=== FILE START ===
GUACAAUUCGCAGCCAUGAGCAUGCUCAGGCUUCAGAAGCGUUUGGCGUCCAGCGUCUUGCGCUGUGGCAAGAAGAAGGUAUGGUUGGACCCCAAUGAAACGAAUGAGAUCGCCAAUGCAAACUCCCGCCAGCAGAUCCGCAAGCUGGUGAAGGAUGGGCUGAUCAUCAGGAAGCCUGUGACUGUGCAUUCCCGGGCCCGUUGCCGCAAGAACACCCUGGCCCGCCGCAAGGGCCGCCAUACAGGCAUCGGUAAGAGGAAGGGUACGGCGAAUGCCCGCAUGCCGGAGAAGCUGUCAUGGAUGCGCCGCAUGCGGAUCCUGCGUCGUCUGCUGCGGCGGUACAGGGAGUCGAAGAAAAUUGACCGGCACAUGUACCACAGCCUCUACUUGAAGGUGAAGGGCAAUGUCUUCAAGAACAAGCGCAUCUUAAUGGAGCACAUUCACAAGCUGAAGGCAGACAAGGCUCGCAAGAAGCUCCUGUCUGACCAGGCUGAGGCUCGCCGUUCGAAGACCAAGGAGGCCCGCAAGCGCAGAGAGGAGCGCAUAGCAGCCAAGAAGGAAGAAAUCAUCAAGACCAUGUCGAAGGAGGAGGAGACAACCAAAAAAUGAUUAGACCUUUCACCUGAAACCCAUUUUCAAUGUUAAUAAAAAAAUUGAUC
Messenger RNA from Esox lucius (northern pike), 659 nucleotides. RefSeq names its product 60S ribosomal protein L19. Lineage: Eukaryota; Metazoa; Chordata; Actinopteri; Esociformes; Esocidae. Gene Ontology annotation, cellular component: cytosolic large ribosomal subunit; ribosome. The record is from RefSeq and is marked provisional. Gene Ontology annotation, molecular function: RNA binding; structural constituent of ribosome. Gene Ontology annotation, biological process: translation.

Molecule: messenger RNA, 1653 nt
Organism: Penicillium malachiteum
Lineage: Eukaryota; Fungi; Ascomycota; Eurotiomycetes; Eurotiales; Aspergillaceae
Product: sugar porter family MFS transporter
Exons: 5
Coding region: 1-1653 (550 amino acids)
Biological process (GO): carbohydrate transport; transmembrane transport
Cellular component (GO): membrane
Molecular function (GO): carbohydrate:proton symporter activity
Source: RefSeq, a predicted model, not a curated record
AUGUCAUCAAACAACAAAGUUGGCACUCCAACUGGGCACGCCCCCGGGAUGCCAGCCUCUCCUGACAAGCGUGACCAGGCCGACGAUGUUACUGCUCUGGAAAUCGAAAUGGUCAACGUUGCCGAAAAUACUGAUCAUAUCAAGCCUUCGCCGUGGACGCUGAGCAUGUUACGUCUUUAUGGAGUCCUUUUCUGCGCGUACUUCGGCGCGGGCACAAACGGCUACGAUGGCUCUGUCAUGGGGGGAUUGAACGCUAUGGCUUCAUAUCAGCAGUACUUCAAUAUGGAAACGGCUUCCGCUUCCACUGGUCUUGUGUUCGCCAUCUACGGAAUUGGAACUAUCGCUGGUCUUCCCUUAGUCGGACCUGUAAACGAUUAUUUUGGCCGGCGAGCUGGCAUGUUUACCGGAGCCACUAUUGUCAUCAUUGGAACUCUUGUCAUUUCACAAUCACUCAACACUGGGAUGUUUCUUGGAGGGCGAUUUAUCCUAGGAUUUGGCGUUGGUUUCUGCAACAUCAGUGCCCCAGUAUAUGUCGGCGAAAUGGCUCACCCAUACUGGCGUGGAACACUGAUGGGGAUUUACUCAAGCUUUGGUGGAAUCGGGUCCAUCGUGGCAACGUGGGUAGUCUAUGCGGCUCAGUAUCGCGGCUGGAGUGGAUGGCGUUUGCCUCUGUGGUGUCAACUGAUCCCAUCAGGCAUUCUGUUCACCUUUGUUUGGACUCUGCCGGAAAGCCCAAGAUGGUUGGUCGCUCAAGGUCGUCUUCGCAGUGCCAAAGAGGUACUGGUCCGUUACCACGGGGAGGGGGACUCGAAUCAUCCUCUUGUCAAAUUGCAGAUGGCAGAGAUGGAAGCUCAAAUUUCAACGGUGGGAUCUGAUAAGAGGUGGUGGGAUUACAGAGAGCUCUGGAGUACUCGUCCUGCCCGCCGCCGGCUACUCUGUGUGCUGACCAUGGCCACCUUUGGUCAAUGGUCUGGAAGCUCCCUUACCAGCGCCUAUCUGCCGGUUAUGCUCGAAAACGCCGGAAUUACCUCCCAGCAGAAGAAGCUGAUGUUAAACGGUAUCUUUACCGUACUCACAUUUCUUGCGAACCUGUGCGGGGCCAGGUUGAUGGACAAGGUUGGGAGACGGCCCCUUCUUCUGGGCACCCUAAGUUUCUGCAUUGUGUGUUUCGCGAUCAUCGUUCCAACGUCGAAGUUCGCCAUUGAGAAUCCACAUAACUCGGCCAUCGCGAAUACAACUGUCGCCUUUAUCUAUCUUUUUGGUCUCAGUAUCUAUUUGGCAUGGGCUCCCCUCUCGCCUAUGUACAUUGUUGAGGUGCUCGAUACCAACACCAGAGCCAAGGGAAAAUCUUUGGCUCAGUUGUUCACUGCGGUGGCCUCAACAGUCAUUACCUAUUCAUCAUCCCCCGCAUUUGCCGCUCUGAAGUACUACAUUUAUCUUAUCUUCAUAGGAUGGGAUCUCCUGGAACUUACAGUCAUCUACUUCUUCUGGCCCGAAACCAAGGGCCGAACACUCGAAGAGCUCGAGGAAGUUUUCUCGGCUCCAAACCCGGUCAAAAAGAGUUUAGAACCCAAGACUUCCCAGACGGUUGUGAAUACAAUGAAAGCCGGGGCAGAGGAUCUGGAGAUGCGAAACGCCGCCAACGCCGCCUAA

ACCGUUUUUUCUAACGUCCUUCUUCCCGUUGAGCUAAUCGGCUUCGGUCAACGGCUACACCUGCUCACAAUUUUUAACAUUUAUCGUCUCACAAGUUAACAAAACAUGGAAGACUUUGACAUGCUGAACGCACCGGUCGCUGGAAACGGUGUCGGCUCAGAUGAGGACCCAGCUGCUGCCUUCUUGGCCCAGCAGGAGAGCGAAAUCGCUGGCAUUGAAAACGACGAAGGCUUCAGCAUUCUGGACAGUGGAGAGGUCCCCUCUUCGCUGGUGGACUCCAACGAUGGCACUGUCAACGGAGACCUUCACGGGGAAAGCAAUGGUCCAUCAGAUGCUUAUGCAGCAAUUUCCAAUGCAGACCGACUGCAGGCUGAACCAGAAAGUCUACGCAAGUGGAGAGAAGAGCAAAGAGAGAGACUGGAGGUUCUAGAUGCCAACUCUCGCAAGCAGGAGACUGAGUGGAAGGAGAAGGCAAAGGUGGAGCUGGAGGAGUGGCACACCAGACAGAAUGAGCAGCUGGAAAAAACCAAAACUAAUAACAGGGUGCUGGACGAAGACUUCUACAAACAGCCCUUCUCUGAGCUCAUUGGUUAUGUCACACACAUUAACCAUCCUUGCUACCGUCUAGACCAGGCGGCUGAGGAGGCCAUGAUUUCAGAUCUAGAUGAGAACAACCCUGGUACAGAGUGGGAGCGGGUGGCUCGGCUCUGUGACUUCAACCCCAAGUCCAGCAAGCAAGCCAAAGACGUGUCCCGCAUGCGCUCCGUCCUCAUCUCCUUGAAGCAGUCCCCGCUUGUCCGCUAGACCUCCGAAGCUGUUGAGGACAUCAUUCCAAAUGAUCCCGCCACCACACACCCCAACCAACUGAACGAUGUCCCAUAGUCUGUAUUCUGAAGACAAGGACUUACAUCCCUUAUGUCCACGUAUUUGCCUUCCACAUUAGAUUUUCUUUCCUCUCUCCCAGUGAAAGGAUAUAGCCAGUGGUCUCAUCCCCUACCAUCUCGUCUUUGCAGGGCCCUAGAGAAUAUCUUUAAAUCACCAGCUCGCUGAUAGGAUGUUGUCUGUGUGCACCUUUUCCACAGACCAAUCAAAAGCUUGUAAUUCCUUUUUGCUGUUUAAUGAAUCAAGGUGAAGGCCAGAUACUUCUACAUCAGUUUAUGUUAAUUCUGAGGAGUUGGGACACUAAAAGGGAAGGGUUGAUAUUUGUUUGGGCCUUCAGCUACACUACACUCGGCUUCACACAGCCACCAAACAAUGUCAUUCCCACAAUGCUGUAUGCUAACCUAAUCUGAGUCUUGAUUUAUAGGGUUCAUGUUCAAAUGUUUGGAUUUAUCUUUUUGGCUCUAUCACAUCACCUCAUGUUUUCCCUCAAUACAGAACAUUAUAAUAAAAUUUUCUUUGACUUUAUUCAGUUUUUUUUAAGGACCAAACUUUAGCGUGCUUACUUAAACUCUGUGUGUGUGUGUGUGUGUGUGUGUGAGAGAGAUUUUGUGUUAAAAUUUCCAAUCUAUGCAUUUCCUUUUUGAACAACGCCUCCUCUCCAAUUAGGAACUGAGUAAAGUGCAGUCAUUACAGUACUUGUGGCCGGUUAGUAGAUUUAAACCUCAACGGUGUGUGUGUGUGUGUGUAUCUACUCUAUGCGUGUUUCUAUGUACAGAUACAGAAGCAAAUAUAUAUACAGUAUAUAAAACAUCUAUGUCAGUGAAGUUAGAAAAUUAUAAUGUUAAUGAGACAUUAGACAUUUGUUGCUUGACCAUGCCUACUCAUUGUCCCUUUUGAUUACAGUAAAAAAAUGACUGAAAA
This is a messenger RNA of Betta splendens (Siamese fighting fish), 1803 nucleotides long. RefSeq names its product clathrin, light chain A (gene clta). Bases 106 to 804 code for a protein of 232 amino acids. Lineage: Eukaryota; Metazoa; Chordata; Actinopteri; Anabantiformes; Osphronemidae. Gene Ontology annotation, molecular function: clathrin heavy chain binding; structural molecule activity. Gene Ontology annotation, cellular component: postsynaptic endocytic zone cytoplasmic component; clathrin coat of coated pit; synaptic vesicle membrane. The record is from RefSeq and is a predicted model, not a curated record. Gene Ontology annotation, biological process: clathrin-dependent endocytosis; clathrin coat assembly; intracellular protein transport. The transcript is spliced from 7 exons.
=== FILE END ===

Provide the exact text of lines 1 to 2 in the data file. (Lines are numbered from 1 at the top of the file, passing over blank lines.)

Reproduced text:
GUACAAUUCGCAGCCAUGAGCAUGCUCAGGCUUCAGAAGCGUUUGGCGUCCAGCGUCUUGCGCUGUGGCAAGAAGAAGGUAUGGUUGGACCCCAAUGAAACGAAUGAGAUCGCCAAUGCAAACUCCCGCCAGCAGAUCCGCAAGCUGGUGAAGGAUGGGCUGAUCAUCAGGAAGCCUGUGACUGUGCAUUCCCGGGCCCGUUGCCGCAAGAACACCCUGGCCCGCCGCAAGGGCCGCCAUACAGGCAUCGGUAAGAGGAAGGGUACGGCGAAUGCCCGCAUGCCGGAGAAGCUGUCAUGGAUGCGCCGCAUGCGGAUCCUGCGUCGUCUGCUGCGGCGGUACAGGGAGUCGAAGAAAAUUGACCGGCACAUGUACCACAGCCUCUACUUGAAGGUGAAGGGCAAUGUCUUCAAGAACAAGCGCAUCUUAAUGGAGCACAUUCACAAGCUGAAGGCAGACAAGGCUCGCAAGAAGCUCCUGUCUGACCAGGCUGAGGCUCGCCGUUCGAAGACCAAGGAGGCCCGCAAGCGCAGAGAGGAGCGCAUAGCAGCCAAGAAGGAAGAAAUCAUCAAGACCAUGUCGAAGGAGGAGGAGACAACCAAAAAAUGAUUAGACCUUUCACCUGAAACCCAUUUUCAAUGUUAAUAAAAAAAUUGAUC
Messenger RNA from Esox lucius (northern pike), 659 nucleotides. RefSeq names its product 60S ribosomal protein L19. Lineage: Eukaryota; Metazoa; Chordata; Actinopteri; Esociformes; Esocidae. Gene Ontology annotation, cellular component: cytosolic large ribosomal subunit; ribosome. The record is from RefSeq and is marked provisional. Gene Ontology annotation, molecular function: RNA binding; structural constituent of ribosome. Gene Ontology annotation, biological process: translation.